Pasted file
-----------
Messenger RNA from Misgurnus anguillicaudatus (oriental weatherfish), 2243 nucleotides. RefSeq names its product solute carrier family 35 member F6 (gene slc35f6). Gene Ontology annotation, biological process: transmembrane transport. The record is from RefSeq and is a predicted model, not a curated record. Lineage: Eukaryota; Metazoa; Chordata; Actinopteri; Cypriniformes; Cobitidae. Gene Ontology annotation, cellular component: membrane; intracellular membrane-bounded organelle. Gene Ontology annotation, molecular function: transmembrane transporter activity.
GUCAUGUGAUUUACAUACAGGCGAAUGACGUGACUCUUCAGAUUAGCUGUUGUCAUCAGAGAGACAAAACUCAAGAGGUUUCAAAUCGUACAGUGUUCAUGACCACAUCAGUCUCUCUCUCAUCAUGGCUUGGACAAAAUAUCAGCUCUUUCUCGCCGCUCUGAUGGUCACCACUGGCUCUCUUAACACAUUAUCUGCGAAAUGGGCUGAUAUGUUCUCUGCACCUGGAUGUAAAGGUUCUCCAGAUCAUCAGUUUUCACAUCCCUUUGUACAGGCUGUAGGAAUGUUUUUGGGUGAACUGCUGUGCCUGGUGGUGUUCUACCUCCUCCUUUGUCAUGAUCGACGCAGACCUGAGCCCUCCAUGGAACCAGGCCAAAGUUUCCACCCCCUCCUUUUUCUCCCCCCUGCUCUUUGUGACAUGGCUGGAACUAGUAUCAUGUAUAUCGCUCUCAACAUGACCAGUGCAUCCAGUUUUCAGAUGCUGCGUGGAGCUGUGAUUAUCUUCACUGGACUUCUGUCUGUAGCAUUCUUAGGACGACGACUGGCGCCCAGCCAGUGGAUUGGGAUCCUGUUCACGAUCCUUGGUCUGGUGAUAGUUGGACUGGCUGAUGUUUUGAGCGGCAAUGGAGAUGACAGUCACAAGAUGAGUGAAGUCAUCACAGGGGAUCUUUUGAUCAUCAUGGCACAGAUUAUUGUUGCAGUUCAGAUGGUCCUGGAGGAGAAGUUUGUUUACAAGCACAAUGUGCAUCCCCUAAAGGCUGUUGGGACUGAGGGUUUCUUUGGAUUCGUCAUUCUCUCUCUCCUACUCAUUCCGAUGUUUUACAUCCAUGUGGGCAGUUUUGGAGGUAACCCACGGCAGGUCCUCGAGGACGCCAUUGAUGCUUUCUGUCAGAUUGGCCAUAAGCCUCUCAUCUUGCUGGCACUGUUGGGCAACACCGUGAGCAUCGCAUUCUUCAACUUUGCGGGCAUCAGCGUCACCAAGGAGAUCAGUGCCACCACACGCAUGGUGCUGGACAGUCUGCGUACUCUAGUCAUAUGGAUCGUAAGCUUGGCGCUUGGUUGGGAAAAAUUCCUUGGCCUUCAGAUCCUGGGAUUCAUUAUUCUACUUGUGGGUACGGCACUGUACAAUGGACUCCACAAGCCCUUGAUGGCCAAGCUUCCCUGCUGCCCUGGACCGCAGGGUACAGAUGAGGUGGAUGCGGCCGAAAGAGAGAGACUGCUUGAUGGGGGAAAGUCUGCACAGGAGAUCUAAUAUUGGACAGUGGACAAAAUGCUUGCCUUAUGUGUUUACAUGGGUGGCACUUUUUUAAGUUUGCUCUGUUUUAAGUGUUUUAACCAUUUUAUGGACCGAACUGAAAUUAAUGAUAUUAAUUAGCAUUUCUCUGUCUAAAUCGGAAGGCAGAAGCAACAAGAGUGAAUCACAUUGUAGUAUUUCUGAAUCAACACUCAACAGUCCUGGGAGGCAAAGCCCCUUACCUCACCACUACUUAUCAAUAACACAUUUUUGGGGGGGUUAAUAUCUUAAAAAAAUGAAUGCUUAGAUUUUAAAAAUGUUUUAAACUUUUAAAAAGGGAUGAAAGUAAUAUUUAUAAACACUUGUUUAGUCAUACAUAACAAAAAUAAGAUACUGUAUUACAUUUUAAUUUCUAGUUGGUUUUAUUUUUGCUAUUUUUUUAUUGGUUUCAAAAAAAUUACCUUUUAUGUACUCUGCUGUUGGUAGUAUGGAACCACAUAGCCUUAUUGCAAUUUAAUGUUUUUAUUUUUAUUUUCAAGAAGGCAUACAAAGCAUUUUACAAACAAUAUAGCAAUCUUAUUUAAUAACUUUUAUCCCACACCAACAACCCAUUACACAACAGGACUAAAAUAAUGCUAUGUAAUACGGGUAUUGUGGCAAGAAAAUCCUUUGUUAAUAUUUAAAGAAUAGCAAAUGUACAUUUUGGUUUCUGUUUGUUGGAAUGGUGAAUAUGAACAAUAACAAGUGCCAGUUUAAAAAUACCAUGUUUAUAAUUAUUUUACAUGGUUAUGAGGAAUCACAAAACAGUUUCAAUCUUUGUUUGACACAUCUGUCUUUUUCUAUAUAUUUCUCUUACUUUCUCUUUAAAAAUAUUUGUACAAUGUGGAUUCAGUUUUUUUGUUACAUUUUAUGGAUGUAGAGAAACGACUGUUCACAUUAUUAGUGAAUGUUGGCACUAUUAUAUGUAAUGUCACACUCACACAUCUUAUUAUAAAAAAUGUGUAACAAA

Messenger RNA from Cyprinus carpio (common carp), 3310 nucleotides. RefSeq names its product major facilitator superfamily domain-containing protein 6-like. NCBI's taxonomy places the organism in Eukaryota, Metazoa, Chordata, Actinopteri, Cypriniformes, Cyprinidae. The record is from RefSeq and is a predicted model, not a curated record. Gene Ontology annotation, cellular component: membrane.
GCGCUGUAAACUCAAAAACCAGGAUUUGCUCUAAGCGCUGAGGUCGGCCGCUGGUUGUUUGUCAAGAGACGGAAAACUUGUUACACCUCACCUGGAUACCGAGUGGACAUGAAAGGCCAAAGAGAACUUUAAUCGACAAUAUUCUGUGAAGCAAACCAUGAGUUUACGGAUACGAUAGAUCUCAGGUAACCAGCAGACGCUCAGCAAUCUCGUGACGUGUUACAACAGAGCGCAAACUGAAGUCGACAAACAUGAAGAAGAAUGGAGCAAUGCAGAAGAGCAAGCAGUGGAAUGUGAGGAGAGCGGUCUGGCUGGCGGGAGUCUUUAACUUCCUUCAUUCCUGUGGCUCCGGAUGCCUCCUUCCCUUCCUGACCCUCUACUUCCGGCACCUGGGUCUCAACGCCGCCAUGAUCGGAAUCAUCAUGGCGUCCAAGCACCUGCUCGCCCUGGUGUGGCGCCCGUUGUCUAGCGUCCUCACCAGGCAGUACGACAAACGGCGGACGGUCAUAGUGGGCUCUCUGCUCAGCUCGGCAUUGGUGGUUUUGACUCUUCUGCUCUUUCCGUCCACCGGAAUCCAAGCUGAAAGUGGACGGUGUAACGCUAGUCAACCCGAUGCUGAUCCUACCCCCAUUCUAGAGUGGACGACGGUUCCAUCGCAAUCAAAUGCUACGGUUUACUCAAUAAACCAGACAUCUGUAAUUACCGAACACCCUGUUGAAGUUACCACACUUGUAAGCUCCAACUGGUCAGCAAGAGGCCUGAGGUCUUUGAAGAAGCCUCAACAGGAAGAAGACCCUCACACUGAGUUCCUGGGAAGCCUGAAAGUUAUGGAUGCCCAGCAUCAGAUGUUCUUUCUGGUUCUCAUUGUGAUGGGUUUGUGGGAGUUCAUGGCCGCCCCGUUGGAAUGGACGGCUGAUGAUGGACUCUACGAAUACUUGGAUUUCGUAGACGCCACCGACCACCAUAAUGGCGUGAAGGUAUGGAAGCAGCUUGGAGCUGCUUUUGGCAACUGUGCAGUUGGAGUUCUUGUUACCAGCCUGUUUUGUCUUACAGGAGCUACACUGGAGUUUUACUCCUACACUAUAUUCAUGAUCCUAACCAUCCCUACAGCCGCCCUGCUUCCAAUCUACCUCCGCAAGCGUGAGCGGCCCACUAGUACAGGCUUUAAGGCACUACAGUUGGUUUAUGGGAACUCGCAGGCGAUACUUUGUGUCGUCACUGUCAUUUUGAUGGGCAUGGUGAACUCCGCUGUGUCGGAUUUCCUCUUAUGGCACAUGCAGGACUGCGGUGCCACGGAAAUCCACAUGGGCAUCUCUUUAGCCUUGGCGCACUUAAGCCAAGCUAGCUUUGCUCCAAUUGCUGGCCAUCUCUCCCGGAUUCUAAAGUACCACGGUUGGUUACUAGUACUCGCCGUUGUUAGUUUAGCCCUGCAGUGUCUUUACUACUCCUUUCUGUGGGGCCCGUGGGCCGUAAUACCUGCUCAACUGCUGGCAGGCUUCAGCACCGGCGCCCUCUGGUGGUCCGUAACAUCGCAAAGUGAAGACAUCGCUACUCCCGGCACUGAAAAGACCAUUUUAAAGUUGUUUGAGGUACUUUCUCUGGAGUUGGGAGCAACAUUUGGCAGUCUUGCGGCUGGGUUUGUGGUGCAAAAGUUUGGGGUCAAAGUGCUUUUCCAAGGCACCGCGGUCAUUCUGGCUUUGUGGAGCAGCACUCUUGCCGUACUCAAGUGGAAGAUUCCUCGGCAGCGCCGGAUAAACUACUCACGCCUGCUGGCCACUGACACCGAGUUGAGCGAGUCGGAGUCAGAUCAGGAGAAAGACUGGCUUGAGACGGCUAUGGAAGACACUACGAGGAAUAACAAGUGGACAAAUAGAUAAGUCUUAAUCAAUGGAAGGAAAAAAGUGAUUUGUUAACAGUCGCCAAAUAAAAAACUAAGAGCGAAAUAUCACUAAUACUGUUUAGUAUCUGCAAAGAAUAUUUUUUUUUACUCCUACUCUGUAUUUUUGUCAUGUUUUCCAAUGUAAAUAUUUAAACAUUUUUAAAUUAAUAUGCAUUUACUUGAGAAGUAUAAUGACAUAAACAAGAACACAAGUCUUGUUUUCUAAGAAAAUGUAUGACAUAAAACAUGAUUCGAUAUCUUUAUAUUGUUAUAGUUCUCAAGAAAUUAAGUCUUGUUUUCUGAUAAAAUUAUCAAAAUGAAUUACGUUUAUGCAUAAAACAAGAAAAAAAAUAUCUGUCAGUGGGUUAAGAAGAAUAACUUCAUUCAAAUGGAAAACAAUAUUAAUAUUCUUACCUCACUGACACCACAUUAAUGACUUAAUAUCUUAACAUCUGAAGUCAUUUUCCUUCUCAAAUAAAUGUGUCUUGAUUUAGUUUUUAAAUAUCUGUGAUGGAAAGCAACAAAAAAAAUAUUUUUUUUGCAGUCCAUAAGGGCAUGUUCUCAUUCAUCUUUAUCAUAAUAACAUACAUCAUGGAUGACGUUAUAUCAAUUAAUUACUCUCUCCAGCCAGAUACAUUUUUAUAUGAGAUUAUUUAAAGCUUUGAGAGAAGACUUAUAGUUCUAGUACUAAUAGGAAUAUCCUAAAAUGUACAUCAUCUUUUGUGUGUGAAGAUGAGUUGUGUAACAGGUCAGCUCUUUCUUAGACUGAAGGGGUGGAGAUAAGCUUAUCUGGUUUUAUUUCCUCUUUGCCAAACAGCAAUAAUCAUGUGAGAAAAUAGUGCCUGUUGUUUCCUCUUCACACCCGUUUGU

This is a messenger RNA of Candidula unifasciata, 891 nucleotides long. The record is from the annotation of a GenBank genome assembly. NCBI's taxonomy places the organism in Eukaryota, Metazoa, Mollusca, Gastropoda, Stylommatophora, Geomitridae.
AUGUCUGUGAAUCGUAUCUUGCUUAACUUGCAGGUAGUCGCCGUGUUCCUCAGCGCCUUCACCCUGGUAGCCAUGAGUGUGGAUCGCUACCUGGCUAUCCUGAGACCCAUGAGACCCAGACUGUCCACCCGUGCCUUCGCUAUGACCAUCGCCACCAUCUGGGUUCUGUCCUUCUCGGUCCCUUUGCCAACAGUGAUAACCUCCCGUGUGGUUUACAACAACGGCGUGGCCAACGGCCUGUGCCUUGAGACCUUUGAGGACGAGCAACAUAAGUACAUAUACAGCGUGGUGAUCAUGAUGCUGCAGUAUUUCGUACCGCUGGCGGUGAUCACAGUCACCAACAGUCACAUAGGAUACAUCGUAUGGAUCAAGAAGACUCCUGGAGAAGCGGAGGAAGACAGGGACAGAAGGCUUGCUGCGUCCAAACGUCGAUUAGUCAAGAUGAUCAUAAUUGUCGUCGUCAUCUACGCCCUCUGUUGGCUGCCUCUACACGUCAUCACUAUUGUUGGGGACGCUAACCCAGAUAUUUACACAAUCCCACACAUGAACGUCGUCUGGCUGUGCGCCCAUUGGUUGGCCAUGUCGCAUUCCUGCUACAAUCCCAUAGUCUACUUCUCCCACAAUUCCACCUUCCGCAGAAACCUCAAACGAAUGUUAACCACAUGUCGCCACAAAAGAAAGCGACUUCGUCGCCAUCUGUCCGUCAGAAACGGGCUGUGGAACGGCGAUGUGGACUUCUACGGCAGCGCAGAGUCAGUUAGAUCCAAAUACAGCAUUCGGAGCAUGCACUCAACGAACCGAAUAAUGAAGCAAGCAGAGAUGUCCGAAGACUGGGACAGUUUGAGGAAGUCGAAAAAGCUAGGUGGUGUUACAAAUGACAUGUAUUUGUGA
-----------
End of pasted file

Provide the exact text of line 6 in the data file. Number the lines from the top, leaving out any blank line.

AUGUCUGUGAAUCGUAUCUUGCUUAACUUGCAGGUAGUCGCCGUGUUCCUCAGCGCCUUCACCCUGGUAGCCAUGAGUGUGGAUCGCUACCUGGCUAUCCUGAGACCCAUGAGACCCAGACUGUCCACCCGUGCCUUCGCUAUGACCAUCGCCACCAUCUGGGUUCUGUCCUUCUCGGUCCCUUUGCCAACAGUGAUAACCUCCCGUGUGGUUUACAACAACGGCGUGGCCAACGGCCUGUGCCUUGAGACCUUUGAGGACGAGCAACAUAAGUACAUAUACAGCGUGGUGAUCAUGAUGCUGCAGUAUUUCGUACCGCUGGCGGUGAUCACAGUCACCAACAGUCACAUAGGAUACAUCGUAUGGAUCAAGAAGACUCCUGGAGAAGCGGAGGAAGACAGGGACAGAAGGCUUGCUGCGUCCAAACGUCGAUUAGUCAAGAUGAUCAUAAUUGUCGUCGUCAUCUACGCCCUCUGUUGGCUGCCUCUACACGUCAUCACUAUUGUUGGGGACGCUAACCCAGAUAUUUACACAAUCCCACACAUGAACGUCGUCUGGCUGUGCGCCCAUUGGUUGGCCAUGUCGCAUUCCUGCUACAAUCCCAUAGUCUACUUCUCCCACAAUUCCACCUUCCGCAGAAACCUCAAACGAAUGUUAACCACAUGUCGCCACAAAAGAAAGCGACUUCGUCGCCAUCUGUCCGUCAGAAACGGGCUGUGGAACGGCGAUGUGGACUUCUACGGCAGCGCAGAGUCAGUUAGAUCCAAAUACAGCAUUCGGAGCAUGCACUCAACGAACCGAAUAAUGAAGCAAGCAGAGAUGUCCGAAGACUGGGACAGUUUGAGGAAGUCGAAAAAGCUAGGUGGUGUUACAAAUGACAUGUAUUUGUGA